Tuesday, April 3, 2012

Thyroid Nodules Causes

Causes of thyroid nodules can be classified as benign or malignant. 


Experts do not know the exact cause of thyroid nodules. But they do know that people who have been exposed to radiation have a greater chance of developing thyroid nodules. Exposure to environmental radiation or past radiation treatment to the head, neck, and chest (especially during childhood) raises your risk for thyroid nodules.

Experts know that thyroid nodules run in families. This means you are more likely to have a thyroid nodule if one of your parents has had a thyroid nodule. Also, if you have another thyroid condition (such as goiter), you may have a greater chance of developing thyroid nodules.

Benign Thyroid Nodules

  • Multinodular goiter: Multinodular goiter is an overall enlargement of the thyroid gland (called goiter) can result from nodules containing too many normal thyroid cells (referred to as hyperplasia) and/or filled with extra colloid. Colloid is the protein-containing substance normally storing thyroid hormone inside the thyroid gland.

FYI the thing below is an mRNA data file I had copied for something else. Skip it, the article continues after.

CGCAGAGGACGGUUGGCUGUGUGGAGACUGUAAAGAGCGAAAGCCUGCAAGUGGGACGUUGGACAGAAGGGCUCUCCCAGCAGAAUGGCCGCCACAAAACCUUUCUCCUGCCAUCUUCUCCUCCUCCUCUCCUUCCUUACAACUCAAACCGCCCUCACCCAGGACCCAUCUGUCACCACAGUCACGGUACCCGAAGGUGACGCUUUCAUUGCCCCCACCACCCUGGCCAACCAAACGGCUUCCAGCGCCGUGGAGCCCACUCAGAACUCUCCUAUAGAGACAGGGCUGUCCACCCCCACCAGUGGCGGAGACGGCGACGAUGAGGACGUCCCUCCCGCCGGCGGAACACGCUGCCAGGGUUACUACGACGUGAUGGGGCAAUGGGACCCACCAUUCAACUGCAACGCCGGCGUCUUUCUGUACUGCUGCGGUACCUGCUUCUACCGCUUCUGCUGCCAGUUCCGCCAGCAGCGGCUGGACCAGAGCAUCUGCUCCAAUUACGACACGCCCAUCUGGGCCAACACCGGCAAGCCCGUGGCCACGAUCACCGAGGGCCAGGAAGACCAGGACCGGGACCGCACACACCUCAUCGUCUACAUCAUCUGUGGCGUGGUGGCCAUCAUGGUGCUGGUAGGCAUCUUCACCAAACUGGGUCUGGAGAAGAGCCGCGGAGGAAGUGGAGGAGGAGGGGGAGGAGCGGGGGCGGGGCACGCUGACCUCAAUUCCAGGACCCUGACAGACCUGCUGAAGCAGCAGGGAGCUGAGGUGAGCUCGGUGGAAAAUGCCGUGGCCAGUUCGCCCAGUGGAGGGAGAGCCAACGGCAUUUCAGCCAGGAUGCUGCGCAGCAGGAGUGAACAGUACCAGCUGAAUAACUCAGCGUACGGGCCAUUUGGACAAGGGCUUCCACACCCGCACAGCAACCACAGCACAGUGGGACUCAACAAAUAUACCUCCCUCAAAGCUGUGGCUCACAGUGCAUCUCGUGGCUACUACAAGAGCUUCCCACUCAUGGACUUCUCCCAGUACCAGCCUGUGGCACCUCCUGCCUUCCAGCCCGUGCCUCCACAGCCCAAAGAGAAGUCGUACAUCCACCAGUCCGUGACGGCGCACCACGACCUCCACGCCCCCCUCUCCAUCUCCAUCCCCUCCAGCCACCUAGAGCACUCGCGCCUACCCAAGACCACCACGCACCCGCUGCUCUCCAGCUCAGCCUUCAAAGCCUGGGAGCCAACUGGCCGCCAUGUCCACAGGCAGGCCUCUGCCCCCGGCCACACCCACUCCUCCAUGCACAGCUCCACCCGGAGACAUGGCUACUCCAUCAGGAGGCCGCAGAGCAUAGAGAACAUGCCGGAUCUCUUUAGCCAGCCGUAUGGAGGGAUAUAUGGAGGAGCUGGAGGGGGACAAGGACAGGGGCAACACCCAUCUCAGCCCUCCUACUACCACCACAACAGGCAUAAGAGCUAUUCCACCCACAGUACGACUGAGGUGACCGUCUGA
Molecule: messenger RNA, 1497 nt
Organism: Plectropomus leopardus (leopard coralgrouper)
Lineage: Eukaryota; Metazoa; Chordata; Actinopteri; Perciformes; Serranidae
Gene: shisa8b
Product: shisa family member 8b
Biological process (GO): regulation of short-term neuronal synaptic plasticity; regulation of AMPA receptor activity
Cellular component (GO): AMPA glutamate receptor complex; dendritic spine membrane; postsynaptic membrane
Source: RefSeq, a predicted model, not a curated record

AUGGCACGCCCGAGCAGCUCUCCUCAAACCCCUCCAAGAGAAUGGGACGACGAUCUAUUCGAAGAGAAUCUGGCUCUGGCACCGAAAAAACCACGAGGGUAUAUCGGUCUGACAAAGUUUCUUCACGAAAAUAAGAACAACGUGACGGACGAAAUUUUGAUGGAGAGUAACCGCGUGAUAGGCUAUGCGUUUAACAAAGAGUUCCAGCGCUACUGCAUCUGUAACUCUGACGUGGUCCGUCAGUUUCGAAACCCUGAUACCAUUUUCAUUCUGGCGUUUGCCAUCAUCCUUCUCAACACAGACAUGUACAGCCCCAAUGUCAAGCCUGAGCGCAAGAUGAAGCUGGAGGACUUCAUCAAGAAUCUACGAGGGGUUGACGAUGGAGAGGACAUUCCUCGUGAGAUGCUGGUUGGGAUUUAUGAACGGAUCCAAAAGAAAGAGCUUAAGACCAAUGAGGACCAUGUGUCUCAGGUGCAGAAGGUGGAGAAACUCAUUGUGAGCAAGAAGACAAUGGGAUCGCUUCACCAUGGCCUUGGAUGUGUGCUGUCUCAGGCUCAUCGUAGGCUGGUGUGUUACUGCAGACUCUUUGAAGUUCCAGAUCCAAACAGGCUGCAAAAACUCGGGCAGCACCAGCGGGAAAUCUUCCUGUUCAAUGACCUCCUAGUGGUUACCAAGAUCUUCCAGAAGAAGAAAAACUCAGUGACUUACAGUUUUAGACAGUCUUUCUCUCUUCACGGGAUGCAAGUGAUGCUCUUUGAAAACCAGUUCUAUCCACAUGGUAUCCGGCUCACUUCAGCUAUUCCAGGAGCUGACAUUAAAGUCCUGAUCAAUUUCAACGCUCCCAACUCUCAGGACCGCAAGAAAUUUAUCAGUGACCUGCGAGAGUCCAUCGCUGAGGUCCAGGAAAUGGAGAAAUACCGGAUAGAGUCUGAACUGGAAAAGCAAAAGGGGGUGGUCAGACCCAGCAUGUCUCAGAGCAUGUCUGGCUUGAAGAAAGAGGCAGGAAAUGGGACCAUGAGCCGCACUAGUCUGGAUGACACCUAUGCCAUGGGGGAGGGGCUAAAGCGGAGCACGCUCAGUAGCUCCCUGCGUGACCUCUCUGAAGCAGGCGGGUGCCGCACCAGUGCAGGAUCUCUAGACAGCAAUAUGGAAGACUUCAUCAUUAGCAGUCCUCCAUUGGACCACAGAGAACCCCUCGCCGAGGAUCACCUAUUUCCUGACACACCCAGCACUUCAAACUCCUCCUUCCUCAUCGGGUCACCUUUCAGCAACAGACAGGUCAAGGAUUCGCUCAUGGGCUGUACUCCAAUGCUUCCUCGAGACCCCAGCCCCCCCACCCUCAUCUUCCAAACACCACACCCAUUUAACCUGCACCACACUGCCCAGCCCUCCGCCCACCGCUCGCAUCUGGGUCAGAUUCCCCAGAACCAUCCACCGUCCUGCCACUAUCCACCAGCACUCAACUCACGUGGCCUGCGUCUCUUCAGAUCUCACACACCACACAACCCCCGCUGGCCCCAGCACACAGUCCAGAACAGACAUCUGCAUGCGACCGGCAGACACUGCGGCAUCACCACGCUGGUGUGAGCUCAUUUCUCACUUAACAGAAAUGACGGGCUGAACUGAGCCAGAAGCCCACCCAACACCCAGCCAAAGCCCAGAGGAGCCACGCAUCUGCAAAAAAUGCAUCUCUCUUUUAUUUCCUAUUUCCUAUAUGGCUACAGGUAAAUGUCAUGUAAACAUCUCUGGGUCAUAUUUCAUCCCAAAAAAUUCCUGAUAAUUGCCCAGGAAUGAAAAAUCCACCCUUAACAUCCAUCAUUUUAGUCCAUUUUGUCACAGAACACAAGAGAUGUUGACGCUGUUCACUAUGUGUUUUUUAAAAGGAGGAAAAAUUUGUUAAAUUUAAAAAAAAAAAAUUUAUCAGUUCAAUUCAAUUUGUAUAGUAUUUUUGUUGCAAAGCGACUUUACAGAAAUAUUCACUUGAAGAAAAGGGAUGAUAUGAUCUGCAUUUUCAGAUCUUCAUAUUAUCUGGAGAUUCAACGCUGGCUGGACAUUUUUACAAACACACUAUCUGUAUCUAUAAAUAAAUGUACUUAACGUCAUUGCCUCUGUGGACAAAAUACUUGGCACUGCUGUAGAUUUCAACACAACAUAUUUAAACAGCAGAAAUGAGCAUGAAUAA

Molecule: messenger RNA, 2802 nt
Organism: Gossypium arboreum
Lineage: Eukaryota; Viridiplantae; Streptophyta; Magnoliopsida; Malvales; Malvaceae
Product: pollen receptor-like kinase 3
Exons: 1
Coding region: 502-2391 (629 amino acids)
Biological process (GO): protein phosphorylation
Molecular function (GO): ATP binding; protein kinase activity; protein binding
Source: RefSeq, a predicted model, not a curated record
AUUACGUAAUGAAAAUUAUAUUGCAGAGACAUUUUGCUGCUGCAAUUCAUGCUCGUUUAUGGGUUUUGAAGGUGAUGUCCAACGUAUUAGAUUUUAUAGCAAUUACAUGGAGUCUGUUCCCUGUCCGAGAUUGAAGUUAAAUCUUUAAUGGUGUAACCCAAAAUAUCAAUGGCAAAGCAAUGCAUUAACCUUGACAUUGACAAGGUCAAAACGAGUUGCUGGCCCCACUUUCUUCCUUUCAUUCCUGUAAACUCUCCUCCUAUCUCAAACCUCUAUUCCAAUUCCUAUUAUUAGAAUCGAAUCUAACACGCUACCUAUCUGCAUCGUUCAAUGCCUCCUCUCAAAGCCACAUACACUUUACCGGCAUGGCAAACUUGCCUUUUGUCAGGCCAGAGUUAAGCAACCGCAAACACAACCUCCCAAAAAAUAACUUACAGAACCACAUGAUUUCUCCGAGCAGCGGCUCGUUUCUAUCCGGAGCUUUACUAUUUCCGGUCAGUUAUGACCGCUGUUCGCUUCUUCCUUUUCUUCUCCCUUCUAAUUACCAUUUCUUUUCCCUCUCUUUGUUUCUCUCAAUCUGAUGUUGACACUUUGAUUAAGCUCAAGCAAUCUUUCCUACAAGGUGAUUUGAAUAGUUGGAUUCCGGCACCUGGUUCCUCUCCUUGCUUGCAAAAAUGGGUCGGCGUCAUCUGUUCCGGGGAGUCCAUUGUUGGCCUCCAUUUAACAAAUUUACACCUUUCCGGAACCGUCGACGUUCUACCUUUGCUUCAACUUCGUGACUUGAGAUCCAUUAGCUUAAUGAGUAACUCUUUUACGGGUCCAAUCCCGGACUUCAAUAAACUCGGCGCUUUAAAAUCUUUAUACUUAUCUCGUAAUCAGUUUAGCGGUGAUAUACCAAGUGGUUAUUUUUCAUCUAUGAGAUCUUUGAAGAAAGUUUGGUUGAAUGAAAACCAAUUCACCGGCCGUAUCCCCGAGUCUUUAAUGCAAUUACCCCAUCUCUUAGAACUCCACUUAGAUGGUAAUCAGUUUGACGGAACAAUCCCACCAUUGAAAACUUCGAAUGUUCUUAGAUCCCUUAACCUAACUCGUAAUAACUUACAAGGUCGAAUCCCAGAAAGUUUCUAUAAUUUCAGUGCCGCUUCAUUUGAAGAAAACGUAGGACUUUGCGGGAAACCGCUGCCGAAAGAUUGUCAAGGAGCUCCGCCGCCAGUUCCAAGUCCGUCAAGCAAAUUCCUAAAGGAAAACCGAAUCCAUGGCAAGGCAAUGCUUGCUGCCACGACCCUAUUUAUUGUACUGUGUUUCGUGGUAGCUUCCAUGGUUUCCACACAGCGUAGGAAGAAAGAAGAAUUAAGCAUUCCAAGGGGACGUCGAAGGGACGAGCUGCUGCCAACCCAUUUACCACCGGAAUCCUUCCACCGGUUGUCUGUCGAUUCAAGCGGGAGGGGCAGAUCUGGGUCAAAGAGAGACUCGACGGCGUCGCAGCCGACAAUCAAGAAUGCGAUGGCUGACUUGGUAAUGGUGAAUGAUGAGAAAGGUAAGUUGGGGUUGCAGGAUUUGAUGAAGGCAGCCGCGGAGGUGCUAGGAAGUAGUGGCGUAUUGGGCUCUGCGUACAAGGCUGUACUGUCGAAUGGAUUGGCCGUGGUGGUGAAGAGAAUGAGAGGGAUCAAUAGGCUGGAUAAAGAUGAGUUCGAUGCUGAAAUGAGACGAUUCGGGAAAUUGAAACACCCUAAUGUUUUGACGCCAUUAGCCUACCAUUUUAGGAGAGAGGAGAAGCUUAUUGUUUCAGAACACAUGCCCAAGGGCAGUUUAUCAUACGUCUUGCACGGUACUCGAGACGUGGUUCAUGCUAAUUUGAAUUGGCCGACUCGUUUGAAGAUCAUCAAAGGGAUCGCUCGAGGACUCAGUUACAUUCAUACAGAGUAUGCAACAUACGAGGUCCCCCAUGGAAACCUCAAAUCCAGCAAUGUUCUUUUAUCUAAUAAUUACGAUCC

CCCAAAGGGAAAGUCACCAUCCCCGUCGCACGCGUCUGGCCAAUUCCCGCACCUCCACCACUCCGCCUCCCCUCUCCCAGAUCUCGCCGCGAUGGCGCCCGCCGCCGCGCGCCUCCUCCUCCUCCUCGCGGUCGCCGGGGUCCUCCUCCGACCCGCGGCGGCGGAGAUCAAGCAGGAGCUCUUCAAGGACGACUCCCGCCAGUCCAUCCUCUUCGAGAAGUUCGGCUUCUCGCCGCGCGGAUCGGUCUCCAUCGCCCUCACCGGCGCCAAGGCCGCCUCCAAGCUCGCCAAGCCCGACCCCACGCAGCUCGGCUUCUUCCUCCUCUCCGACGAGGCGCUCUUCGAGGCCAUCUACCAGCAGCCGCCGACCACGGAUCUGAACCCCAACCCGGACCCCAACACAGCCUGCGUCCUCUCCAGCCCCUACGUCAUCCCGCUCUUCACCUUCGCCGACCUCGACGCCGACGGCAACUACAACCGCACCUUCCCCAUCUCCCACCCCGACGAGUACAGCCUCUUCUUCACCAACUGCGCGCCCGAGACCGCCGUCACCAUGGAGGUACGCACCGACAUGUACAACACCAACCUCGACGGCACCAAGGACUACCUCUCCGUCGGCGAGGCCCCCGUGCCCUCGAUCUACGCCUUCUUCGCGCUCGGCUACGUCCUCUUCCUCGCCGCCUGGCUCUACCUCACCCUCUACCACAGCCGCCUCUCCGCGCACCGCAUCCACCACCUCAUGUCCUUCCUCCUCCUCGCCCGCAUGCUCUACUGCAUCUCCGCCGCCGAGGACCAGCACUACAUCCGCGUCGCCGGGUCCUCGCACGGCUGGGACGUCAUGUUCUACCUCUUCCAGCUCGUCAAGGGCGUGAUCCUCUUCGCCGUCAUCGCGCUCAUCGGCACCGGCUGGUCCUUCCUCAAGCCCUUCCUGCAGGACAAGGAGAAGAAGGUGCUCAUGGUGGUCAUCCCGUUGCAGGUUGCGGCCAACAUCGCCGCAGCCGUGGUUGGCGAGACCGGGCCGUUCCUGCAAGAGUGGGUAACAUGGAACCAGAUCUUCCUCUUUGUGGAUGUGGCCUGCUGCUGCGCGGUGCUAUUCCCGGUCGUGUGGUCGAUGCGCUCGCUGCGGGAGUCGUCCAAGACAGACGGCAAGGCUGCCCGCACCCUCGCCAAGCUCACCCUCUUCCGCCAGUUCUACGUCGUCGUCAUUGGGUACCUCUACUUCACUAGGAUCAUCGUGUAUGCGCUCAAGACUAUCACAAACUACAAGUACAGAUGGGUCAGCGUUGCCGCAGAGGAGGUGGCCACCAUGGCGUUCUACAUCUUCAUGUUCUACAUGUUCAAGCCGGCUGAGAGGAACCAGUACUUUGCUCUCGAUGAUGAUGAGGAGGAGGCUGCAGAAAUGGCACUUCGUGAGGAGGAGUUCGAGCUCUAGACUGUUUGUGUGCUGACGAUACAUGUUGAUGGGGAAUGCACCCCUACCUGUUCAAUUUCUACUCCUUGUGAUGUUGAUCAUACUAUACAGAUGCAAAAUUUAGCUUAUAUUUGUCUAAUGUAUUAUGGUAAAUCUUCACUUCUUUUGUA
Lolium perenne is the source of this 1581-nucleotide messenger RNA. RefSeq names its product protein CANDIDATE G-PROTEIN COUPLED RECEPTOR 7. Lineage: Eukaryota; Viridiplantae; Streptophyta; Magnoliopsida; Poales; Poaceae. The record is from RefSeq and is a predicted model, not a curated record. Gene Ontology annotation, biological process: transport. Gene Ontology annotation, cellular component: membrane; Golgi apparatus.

• Hashimoto's thyroiditis: Hashimoto's thyroiditis is the most common form of underactive thyroid disease, this form of hypothyroidism can be associated with thyroid nodules and goiter.
  • Thyroid Cyst: Commonly caused by a nodule which is bleeding or degenerating (breaking down), these blood or colloid-filled nodules can be associated with thyroid pain.
Benign thyroid tumors (thyroid adenomas)
  • Hurthle cell adenoma
  • Follicular adenoma
Malignant Thyroid Nodules

Thyroid Cancer (also called thyroid carcinomas)
  • Papillary thyroid carcinoma
  • Follicular thyroid carcinoma
  • Anaplastic thyroid carcinoma
  • Medullary thyroid carcinoma
  • Thyroid lymphoma
  • Metastatic cancers from other sources, including breast, kidney and lung cancers

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